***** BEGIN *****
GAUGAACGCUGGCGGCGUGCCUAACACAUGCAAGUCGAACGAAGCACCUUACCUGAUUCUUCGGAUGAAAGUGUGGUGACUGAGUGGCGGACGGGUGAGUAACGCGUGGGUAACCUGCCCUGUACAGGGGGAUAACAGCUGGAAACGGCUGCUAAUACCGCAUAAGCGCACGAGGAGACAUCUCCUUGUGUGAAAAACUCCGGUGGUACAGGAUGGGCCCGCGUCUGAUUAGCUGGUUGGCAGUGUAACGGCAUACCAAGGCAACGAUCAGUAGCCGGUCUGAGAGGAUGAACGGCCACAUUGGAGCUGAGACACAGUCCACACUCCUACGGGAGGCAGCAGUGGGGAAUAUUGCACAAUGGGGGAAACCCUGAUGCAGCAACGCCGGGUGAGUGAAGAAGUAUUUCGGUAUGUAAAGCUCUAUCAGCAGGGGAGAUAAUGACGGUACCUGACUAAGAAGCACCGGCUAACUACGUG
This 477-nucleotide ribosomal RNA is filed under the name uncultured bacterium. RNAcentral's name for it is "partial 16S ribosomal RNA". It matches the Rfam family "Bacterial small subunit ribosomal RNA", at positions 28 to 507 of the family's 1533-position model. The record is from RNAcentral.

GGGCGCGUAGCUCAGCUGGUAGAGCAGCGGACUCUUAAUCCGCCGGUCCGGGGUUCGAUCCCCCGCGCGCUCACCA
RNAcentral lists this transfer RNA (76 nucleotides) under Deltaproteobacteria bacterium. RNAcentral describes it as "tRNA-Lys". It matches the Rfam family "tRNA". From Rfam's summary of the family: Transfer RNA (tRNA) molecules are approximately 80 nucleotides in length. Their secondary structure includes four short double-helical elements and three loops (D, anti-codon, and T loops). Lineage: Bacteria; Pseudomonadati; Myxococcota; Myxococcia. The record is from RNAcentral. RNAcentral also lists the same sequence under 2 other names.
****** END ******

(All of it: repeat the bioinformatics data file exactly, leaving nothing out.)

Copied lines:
GAUGAACGCUGGCGGCGUGCCUAACACAUGCAAGUCGAACGAAGCACCUUACCUGAUUCUUCGGAUGAAAGUGUGGUGACUGAGUGGCGGACGGGUGAGUAACGCGUGGGUAACCUGCCCUGUACAGGGGGAUAACAGCUGGAAACGGCUGCUAAUACCGCAUAAGCGCACGAGGAGACAUCUCCUUGUGUGAAAAACUCCGGUGGUACAGGAUGGGCCCGCGUCUGAUUAGCUGGUUGGCAGUGUAACGGCAUACCAAGGCAACGAUCAGUAGCCGGUCUGAGAGGAUGAACGGCCACAUUGGAGCUGAGACACAGUCCACACUCCUACGGGAGGCAGCAGUGGGGAAUAUUGCACAAUGGGGGAAACCCUGAUGCAGCAACGCCGGGUGAGUGAAGAAGUAUUUCGGUAUGUAAAGCUCUAUCAGCAGGGGAGAUAAUGACGGUACCUGACUAAGAAGCACCGGCUAACUACGUG
This 477-nucleotide ribosomal RNA is filed under the name uncultured bacterium. RNAcentral's name for it is "partial 16S ribosomal RNA". It matches the Rfam family "Bacterial small subunit ribosomal RNA", at positions 28 to 507 of the family's 1533-position model. The record is from RNAcentral.

GGGCGCGUAGCUCAGCUGGUAGAGCAGCGGACUCUUAAUCCGCCGGUCCGGGGUUCGAUCCCCCGCGCGCUCACCA
RNAcentral lists this transfer RNA (76 nucleotides) under Deltaproteobacteria bacterium. RNAcentral describes it as "tRNA-Lys". It matches the Rfam family "tRNA". From Rfam's summary of the family: Transfer RNA (tRNA) molecules are approximately 80 nucleotides in length. Their secondary structure includes four short double-helical elements and three loops (D, anti-codon, and T loops). Lineage: Bacteria; Pseudomonadati; Myxococcota; Myxococcia. The record is from RNAcentral. RNAcentral also lists the same sequence under 2 other names.